Above: Continuous communications to robotics while receiving real-time feedback on maintenance requirements allows operators to make swift decisions

Global energy operators face two urgent obstacles: producing more energy and lowering their impact on the environment. Hydropower and nuclear power have emerged as frontrunners in energy production due to their low greenhouse gas emissions and, in contrast to variable renewable resources like wind and solar, solid reliability. Hydropower is currently the largest source of low-carbon power, closely followed by nuclear. But nuclear power reactors operate at the highest average monthly and annual capacity compared to any other energy source, producing maximum power more than 92% of the year.

Nuclear companies have turned to advanced technologies to augment operations to become even more efficient in energy production and support even greener operations. Robust, intelligent, and automated robots that react to their surroundings have been readied to withstand radioactive environments to nullify radiological hazards for human operators. By taking over mundane tasks such as cleaning up radioactive waste or actively monitoring and maintaining the plant, the introduction of technology can clearly enhance safety and production. But as often is the case, many technologies can also significantly strain the communications network within a plant and outpace its capacity.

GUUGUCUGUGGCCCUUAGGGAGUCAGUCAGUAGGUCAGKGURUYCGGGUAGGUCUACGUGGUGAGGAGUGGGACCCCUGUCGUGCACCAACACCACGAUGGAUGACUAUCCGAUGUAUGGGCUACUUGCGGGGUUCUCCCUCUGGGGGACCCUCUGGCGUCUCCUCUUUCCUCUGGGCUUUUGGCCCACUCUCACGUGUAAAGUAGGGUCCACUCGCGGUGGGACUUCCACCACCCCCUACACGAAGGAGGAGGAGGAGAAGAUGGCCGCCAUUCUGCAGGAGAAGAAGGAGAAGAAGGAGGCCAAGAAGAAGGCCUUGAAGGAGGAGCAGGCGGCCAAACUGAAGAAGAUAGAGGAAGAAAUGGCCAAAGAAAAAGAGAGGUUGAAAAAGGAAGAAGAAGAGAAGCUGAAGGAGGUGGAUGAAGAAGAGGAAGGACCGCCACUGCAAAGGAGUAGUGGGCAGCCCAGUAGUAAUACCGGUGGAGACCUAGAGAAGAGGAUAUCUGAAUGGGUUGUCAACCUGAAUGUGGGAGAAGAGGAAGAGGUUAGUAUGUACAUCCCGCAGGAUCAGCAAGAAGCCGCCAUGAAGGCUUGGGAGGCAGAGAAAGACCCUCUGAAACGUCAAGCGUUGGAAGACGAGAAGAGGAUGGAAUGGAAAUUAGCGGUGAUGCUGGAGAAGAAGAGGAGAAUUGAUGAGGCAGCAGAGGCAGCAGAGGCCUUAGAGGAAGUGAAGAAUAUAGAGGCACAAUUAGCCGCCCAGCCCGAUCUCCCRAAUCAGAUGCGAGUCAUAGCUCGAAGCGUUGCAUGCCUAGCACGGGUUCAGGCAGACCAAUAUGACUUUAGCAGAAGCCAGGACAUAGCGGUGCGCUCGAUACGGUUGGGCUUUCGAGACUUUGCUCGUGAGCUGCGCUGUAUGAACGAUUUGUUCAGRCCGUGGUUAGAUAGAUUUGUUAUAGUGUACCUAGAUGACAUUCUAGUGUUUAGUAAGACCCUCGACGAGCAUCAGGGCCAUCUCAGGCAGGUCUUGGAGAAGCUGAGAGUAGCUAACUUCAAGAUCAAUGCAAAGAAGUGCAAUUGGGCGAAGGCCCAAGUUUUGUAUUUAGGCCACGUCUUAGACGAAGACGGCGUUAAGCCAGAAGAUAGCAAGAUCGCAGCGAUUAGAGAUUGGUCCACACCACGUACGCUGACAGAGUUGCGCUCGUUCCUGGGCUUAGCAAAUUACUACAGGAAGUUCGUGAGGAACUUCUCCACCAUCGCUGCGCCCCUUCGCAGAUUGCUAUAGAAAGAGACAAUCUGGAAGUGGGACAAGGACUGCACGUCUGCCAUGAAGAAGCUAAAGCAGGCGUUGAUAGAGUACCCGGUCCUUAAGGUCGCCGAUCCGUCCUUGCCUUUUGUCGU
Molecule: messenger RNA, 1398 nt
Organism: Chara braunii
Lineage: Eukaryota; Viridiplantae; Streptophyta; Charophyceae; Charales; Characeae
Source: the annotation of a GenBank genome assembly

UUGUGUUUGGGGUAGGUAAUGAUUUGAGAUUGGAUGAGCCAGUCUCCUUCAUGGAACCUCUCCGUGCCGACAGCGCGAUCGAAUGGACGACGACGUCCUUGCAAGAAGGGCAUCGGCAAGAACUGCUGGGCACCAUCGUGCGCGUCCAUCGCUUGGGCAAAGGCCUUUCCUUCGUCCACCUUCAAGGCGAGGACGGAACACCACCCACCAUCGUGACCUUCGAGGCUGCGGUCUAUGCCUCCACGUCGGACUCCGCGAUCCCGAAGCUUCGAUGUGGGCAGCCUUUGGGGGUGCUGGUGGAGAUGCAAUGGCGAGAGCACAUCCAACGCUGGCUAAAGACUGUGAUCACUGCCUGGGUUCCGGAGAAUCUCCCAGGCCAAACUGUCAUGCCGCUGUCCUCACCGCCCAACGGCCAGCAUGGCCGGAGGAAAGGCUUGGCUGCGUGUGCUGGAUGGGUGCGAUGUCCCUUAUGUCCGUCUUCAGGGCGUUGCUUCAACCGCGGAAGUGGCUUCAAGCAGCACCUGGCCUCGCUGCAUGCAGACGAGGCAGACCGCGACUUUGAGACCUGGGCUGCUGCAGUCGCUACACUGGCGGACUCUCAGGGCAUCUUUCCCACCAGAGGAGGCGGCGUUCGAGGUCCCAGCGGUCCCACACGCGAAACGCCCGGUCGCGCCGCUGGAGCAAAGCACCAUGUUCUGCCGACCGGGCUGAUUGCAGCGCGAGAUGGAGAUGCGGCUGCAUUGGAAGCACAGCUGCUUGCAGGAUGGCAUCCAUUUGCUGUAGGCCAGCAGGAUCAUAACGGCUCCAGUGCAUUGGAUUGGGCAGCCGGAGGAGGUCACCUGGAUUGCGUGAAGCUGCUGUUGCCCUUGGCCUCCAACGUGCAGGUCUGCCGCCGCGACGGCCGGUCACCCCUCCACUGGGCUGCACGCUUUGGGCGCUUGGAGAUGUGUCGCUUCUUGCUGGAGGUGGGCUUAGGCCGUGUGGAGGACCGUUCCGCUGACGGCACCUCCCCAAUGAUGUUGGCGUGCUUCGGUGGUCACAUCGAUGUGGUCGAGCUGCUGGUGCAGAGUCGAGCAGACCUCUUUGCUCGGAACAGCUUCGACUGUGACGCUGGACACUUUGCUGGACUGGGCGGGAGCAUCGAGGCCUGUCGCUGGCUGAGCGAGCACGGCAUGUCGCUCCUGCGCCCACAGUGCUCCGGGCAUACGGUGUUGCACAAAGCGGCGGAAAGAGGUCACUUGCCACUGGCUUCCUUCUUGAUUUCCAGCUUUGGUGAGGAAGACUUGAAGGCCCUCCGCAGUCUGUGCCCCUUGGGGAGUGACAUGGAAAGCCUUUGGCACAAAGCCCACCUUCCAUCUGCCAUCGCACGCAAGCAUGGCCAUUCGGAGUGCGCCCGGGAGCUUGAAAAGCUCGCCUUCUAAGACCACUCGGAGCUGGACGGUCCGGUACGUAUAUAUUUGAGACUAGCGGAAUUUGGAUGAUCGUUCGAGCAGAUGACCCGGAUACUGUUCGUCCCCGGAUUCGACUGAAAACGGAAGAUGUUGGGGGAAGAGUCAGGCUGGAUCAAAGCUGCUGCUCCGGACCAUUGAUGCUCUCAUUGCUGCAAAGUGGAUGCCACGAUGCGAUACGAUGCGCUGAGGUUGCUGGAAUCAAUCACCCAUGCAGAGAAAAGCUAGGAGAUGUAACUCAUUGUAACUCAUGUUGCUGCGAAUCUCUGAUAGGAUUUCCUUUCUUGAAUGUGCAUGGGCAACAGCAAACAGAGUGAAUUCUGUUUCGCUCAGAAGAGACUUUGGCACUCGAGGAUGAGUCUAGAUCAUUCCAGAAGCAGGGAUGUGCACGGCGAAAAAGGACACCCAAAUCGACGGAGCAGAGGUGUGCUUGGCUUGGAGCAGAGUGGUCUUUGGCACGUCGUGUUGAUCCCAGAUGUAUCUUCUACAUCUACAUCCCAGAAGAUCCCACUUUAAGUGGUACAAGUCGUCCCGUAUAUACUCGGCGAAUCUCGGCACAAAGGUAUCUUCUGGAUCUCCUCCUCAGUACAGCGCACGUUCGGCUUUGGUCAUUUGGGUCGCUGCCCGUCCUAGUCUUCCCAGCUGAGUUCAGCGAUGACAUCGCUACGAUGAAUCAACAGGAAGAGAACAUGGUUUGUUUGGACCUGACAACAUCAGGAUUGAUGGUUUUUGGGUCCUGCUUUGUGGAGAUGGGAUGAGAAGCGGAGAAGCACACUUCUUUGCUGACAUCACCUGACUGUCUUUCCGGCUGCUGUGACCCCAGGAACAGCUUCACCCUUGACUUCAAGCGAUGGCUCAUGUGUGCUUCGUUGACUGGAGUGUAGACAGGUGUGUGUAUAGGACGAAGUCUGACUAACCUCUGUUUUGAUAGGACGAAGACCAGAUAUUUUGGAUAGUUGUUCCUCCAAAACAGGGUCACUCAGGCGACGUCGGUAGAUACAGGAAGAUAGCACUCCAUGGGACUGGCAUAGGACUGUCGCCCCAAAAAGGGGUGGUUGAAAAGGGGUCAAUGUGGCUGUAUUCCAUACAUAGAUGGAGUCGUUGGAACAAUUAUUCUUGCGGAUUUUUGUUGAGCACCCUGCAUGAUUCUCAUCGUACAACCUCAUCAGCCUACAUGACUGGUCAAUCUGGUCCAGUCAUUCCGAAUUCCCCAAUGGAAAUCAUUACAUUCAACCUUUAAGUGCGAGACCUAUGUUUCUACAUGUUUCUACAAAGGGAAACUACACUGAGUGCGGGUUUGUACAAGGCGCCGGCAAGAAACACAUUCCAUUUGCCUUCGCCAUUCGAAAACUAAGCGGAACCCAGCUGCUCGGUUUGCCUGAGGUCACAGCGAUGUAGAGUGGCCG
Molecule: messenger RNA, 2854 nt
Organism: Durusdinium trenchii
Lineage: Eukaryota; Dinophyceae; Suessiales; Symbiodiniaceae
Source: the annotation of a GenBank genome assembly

The operations carried out in nuclear plants are the epitome of mission-critical. From the moment of deployment in ongoing 24/7 plant operations, operators cannot afford to risk any downtime. Drop-offs in wireless signals, even for a short period, can not only mean productivity loss but also risk plant worker safety. A fully redundant, self-optimizing network infrastructure that can withstand a nuclear plant’s notoriously radioactive and hazardous environment is required to keep operations constantly moving.

Robotic robustness

Even though robots have been produced for many decades, they were previously unable to adequately complement human workers in various duties. This is no longer the case given technology developments. Robots with adequate mobility, sensors, size, and tooling have now been developed to succeed in the most hazardous and advanced industrial environments. Ongoing technical advancements, particularly in artificial intelligence and sensors, have made nuclear robotics more capable and cost-effective. This is also driving its market expansion, which is predicted by Global Market Insights to reach an annual value of USD$5bn by 2032. With an increasing emphasis on safety and efficiency, operators have begun to appreciate the benefits of automated technologies and are implementing them into their operations.